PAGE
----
A footnote within the ICH Q3A impurity threshold limits (Attachment 1) mentions that "lower thresholds can be appropriate if the impurity is unusually toxic” 6. Based on internal in-vivo and in-vitro toxicity testing, this polymer is not toxic at the residual levels that would be present in the purified bulk drug substance, which is at ~0.1 ppm as determined by the limit of quantification of the analytical methods. Furthermore, no cytotoxicity or acute systemic toxicity was observed at this concentration in toxicological studies. In vivo irritant (intracutaneous injection) or hemolytic effects had only been detected at higher concentrations (~100 ppm or greater). 

Table 2(from ICH Q3, Impurities in New Drug Substances) Thresholds

1 The amount of drug substance administered per day

2 Higher reporting thresholds should be scientifically justified

3 Lower thresholds can be appropriate if the impurity is unusually toxic

Flocculant safety margin calculation

What type of testing is the drug manufacturer required to conduct to show that the cationic polymer flocculant is efficiently removed during the manufacturing process?  Does the flocculant level need to be a part of the mAb release specifications? Is the manufacturer required to conduct clearance testing during process development, characterization, or validation? Utilizing ICH Q6B (Specifications: test procedures & acceptance criteria for biotechnological/biological products) and ICH M7 (Assessment and control of DNA reactive (mutagenic) impurities in pharmaceuticals to limit potential carcinogenic risk), safety margins were calculated as follows:

  • Sm = L/ Mm  , where Mm is the measured maximum amount of the reagent per product dose in μg/dose and Le is the exposure limit for a potential safety concern (PSC) reagent in μg/dose. An estimated safety margin, Se, may be used during process development.
  • When Sm is <1, either the process reagent should be changed, or the manufacturing process may be modified to ensure Sm ≥ 1 prior to use of the product in humans.
  • If a Sm is low (1–5), it could become <1 for any given lot due to large lot‐to‐lot variability. In this case, regulatory agencies may require specification testing of the PSC reagent in each lot as a release assay. On the other hand, a high Sm (≥5) provides a reasonable justification that testing is not required.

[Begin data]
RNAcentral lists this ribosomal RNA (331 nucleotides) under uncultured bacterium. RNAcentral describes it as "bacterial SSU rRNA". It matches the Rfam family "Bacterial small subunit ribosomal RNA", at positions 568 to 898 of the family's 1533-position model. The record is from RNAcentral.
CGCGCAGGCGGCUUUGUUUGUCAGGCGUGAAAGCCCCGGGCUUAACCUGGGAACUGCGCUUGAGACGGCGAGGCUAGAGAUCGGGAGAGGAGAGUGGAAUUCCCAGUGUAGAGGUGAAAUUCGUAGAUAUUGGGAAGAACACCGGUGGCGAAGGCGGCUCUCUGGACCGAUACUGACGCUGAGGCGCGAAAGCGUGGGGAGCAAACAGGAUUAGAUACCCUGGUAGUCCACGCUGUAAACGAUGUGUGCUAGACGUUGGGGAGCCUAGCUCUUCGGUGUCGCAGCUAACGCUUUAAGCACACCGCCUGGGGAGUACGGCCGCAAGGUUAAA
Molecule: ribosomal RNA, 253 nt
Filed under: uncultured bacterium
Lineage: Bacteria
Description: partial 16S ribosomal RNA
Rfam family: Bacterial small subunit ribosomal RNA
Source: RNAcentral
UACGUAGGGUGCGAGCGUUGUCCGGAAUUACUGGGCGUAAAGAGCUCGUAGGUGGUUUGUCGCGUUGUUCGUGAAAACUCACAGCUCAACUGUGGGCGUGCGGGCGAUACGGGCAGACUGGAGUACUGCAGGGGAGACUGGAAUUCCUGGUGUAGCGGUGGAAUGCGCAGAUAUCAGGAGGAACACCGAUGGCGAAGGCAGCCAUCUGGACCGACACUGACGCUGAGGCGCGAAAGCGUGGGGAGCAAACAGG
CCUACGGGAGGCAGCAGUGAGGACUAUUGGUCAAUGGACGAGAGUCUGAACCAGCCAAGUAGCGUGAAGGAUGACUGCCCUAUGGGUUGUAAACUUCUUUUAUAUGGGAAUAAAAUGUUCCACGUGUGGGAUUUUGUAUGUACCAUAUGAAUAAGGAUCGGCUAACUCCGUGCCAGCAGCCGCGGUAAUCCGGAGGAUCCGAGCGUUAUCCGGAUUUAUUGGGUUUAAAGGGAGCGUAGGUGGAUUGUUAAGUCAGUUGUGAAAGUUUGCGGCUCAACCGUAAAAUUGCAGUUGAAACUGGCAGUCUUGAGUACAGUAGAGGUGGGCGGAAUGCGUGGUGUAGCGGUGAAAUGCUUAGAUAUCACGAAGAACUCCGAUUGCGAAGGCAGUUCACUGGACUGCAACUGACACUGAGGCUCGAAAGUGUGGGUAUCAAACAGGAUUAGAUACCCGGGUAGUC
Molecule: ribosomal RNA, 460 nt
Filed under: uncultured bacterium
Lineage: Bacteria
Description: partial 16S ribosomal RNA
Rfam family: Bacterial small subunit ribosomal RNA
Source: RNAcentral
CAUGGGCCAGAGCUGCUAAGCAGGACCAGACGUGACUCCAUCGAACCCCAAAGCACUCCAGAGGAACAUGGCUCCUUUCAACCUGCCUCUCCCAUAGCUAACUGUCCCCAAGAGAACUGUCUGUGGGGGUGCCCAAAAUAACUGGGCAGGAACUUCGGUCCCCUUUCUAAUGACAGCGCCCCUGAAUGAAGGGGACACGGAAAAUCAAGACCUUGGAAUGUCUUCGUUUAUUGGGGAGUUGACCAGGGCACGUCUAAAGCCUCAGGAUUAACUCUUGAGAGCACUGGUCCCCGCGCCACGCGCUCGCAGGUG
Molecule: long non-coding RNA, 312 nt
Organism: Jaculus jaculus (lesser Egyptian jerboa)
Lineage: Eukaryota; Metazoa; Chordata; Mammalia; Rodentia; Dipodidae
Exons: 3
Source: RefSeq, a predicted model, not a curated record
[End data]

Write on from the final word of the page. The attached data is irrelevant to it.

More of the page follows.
Based on a daily dose of 300 milligrams of mAb for a 60 kg person: Sm = L/ Mm

For pDADMAC:  Sm = 150 ug/dose/0.015 ug/dose (worst case); Sm = 10000

The reasonable parameters for the safety margin calculation are based on daily doses of 0.3 grams/day. In addition, with an unknown toxicity level, ICH M7 highlights ~120-150 ug/dose as the permitted daily exposure (PDE), although the actual PDE is likely higher. Finally, the limit of detection of innovative detection methods, such as qPCR and fluorescent labeling, are typically 50-100 ppb for the cationic polymers listed, meaning that the actual residual levels are slightly less. In the end, the safety margin is easily 3 orders of magnitude beyond the level needed for any testing. Therefore, no testing is required for incorporating these specific flocculants, with the available supplier and industry information.

A table demonstrating the testing requirements at process development (PD) scale, process validation (PV) and finally commercial production.  The testing requirement is separated at each row by the safety margin across the top, with markets for Sm=1 and Sm=5.  The PD row shows that testing is required for an Sm <1 and not required above that.  The PV row shows testing is required below an Sm of 5 and not above that.  The commercial production row shows that the process will need to be improve vis a vis contaminant clearance below an Sm of 1, needs specifications testing between Sm=1 and Sm=5, and testing is not required when Sm>5.

Figure 1. Safety margin as a criterion to determine the requirement of clearance testing for PSC reagents at different stages. Note: CPD is the abbreviation of the commercial process development. The parameter for determining Sm is measured from the drug substance.

Introducing a flocculant to your process is considered a minor change

From the information described in this article, mAb therapeutic manufacturers may implement the use of a flocculation agent as a minor change without the need for either clearance or specification release testing. This is the same minor risk category for incorporating a new Clarisolve® depth filter, designed to be used with the flocculation agent, with the stipulation that the updated clarification process does not impact the drug substance product quality. In the end, the drug manufacturer can follow a “Do and Tell” approach based on the minor change, meaning that they can go ahead and make the change without regulatory approval and notify the regulatory agency at a later date (e.g. annual report for the US FDA) 11,12,13.